We must contend with the fact that the young democracy in our country will break down or be subjected to very serious strains if nothing is done to address the issues of poverty, the racial imbalances in the distribution of
wealth, income and opportunity and the economic growth and development which cry out for urgent attention.

After all, apartheid has been more than a denial of political and fundamental human rights. It has also been a system of economic inequity which not only impoverished millions, but also created the structural crises which the new South Africa will have to address.

And yet that economy harbours enormous strengths which will enable our common efforts to ensure its regeneration in a relatively short period of time, depending on what we actually do.

I am pleased that present here today are many of my compatriots who will be able to discuss with you the intricacies of our economy, what it can and cannot do and what it can and cannot offer. I will therefore leave all these matters to them.

What I would however like to say is that we do indeed look forward to your own engagement with our economy, for the mutual benefit.

We are aware that we live in a world in which there is intense competition for scarce capital. We are therefore determined to ensure that our own country becomes an attractive destination for the enormous capital resources held by the institutions you represent.

We are convinced that we can build a mutually beneficial partnership which will not only help us to rebuild, develop and modernise the South African economy, but also expand the frontiers of prosperity and mutual benefit without which, in the end, no country can survive.

Ours is a small economy. Our country is but a small dot in the map of the universe. We claim no special standing in relation to other countries and peoples.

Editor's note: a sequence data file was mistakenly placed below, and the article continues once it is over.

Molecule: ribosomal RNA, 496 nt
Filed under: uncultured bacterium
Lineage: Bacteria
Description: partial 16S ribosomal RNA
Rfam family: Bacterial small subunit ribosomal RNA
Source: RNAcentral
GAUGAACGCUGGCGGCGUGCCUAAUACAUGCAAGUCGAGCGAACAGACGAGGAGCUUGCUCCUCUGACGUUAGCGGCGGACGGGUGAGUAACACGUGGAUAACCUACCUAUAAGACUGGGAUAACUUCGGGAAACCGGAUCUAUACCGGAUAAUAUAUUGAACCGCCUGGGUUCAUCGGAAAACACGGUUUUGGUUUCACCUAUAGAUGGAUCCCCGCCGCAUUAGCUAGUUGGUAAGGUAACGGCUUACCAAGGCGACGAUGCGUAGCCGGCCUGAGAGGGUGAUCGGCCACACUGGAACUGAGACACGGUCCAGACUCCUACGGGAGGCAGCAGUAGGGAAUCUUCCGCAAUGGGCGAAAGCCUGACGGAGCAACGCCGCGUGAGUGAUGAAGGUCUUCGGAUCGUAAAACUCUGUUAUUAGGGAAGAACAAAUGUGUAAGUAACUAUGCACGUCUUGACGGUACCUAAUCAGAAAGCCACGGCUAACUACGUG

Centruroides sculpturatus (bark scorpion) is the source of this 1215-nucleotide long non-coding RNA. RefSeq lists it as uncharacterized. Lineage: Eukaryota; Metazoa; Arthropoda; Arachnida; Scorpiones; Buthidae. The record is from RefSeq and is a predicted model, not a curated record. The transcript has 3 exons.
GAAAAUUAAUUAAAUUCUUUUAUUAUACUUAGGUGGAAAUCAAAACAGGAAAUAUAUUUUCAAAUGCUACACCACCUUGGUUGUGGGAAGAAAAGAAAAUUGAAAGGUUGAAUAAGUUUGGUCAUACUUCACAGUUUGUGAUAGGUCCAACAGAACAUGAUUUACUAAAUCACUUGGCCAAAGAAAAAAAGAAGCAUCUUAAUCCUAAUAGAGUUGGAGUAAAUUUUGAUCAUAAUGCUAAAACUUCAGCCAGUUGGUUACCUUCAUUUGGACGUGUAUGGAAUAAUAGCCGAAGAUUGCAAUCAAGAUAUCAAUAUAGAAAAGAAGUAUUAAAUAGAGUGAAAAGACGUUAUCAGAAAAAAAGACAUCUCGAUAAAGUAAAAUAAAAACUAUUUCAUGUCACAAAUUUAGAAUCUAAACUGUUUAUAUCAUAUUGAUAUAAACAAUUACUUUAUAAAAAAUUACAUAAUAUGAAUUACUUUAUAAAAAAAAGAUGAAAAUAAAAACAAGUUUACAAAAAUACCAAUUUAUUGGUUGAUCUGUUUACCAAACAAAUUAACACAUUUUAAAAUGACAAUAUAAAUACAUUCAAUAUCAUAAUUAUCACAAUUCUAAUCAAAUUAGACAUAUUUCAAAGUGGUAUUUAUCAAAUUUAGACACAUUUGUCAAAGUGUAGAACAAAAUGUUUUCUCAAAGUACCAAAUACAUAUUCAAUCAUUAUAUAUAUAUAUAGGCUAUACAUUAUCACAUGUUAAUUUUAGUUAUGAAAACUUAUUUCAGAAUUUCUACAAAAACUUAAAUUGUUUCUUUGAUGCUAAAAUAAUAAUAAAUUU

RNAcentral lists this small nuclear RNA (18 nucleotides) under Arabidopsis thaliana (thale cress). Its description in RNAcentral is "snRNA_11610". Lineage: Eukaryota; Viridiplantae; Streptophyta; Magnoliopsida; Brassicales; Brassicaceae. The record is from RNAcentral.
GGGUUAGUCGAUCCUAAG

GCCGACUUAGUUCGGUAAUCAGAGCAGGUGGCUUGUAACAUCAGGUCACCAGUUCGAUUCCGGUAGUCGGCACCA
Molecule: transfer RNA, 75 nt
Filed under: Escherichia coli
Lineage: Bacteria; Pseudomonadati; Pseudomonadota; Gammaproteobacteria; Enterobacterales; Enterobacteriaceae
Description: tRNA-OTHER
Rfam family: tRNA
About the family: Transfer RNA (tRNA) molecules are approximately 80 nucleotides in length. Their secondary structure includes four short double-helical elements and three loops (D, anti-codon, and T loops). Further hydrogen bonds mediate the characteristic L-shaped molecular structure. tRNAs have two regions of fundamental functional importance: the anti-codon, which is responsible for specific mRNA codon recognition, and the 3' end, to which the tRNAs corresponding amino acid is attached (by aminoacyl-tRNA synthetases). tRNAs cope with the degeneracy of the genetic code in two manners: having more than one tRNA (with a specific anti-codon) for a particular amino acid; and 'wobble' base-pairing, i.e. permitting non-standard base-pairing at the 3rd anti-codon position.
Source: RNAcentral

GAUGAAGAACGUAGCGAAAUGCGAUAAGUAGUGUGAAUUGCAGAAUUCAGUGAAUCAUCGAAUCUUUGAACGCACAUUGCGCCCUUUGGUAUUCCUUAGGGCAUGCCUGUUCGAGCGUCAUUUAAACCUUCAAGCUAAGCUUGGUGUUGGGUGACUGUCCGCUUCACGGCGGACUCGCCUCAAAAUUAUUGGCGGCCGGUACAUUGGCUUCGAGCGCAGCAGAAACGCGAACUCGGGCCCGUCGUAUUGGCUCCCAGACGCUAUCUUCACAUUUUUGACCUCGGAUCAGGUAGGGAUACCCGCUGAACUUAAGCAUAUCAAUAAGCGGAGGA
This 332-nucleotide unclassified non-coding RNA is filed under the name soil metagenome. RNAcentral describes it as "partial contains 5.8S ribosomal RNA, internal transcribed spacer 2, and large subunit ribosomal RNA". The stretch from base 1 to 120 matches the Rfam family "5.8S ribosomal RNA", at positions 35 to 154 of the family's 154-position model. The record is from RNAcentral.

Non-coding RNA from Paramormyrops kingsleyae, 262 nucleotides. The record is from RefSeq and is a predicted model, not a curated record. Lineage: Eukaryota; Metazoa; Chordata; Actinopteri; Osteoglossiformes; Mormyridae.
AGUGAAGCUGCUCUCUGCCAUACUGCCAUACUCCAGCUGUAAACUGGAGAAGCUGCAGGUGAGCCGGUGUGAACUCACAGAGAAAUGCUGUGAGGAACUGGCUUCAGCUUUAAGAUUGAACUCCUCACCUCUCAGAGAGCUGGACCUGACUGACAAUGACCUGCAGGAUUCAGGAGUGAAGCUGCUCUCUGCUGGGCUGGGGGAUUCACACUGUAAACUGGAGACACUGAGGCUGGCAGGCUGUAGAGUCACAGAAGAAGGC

But this we would like to say: our common humanity moved all of us to oppose apartheid. Our common humanity must move us to complete the effort to expunge racism from South African society.

Freedom and democracy must have as its reward not only the right and possibility of everyone to vote.

It must also have the potential to say to everyone that they have the possibility to lead decent lives, to feed themselves and their children, to regain their human dignity, because no longer would they be forced to beg when they could work for their living.

If we attend to these two matters as we have to, namely, the political emancipation and economic prosperity, we shall also have taken a decisive step, if we may quote a German poet and playwright, to confront the bitch that is heat again - the bitch of racism that is in heat in this country, in many countries of West and Eastern Europe and within the poor countries themselves.

Our common success in South Africa to build an interlinked system of democracy, development, human rights, prosperity, stability and peace will address a message to the whole of Africa that this powerful nation cares and that its citizens recognise that they are not an island unto themselves.

It will address a message to those pockets of resistance to a humane future for all peoples that there is in world politics and the world economy the will to act in ways that recognise that all of us are human beings, entitled to live in an environment that enables all of us to live as human beings.

We welcome your interest in our country and would warmly welcome your involvement with us in its reconstruction.

Whatever you may read in the newspapers and hear on television and radio, please imprint it on your minds that the new South Africa, Southern Africa and our continent will value the mutually beneficial partnership which is within our common possibility to create, nurture allow to blossom.

By the ways in which we shall act, we shall surely define ourselves as makers of history.

Please accept our readiness to meet this challenge.

Thank you.

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Acquisition method: Hardcopy ; Source: ANC Archives, Office of the ANC President, Nelson Mandela Papers, University of Fort Hare. Accessioned on 29/01/2010 by Zintle Bambata